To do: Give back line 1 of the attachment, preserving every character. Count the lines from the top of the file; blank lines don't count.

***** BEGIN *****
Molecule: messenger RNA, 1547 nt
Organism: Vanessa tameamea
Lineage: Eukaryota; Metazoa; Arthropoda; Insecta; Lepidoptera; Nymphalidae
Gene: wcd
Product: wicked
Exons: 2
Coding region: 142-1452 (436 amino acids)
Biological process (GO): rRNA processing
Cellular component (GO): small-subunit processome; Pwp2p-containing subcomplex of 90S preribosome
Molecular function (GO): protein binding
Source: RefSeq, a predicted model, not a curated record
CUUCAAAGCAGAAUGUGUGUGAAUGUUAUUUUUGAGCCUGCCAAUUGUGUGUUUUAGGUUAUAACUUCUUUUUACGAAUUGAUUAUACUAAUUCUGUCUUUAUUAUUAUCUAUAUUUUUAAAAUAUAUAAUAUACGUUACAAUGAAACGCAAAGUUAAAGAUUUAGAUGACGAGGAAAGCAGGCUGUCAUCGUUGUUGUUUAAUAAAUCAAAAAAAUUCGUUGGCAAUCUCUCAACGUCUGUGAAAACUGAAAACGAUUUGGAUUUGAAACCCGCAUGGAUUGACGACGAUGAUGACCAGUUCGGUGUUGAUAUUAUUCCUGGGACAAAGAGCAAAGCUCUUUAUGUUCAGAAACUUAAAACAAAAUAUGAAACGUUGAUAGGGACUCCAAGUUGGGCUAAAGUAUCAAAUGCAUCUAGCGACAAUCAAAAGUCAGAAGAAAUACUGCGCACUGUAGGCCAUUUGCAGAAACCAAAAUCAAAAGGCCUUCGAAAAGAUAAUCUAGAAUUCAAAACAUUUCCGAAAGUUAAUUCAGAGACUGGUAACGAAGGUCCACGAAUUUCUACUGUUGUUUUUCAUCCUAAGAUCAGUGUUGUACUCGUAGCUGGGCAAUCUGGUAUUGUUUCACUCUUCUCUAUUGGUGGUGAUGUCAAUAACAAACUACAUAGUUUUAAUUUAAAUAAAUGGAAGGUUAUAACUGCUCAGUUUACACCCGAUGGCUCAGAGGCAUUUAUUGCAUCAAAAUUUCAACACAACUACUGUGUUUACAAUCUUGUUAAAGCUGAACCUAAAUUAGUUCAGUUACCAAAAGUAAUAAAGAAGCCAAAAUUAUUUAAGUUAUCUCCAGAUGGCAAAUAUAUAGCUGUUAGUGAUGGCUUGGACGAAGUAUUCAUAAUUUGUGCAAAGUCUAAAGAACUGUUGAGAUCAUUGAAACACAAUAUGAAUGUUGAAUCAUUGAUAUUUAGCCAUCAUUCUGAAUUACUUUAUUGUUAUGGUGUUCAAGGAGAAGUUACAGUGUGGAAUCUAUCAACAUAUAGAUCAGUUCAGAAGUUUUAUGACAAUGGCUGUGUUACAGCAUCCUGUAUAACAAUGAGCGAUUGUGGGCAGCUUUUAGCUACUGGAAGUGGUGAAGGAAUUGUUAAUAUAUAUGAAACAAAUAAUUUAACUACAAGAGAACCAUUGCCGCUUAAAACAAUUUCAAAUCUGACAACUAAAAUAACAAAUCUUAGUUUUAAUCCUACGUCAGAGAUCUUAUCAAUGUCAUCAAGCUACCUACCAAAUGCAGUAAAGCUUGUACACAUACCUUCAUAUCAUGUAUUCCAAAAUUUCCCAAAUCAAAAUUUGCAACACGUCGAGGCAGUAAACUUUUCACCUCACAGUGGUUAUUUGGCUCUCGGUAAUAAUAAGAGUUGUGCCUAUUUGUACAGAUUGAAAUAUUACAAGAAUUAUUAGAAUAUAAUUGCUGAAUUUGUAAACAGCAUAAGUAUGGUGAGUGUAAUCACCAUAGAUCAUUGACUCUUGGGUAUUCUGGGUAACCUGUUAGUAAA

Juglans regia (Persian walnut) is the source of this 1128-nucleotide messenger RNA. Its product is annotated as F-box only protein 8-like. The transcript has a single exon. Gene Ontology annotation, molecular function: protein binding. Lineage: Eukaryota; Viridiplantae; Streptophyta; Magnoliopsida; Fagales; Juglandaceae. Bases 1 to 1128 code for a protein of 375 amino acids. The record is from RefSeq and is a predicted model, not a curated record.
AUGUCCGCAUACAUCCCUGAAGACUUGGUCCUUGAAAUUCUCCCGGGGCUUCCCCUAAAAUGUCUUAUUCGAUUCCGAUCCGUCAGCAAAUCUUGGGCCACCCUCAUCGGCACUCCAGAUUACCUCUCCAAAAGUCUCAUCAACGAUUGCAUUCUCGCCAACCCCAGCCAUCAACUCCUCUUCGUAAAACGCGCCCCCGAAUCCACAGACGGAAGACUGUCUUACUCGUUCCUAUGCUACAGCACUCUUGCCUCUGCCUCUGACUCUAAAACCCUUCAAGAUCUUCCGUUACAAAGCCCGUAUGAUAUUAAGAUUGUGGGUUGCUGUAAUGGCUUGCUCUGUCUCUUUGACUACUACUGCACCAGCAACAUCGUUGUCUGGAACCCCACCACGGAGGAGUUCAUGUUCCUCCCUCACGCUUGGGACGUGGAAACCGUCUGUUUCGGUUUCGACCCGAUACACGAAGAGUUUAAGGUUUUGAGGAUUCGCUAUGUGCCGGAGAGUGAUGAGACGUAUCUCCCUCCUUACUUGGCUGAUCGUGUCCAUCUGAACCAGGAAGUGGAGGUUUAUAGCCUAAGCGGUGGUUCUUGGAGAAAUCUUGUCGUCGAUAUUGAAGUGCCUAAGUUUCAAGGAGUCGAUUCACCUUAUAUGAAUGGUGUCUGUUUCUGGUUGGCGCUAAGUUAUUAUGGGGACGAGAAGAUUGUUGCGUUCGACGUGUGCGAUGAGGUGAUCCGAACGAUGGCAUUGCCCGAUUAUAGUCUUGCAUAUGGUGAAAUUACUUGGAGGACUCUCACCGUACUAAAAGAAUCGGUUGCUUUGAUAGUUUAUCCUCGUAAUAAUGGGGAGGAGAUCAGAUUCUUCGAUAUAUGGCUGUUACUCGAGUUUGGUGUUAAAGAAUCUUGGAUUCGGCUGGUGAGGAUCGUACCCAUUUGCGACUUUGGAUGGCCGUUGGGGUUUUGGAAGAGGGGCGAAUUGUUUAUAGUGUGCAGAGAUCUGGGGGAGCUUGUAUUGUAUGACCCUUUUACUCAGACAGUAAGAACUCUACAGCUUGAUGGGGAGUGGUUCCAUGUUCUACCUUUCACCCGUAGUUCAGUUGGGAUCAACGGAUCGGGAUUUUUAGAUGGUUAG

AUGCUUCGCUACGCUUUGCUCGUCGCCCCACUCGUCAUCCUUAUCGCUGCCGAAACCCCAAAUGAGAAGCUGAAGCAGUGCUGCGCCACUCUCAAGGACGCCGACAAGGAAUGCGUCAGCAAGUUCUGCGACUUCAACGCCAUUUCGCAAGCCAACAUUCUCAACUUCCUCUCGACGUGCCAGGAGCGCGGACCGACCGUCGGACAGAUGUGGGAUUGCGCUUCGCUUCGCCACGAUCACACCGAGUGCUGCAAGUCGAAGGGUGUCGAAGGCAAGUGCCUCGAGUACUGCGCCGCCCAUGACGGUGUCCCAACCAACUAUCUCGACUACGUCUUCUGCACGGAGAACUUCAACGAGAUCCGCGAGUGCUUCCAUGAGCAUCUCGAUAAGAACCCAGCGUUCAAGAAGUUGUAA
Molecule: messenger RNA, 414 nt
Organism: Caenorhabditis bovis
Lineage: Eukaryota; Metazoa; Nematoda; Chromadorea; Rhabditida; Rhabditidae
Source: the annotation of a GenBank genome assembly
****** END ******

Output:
Molecule: messenger RNA, 1547 nt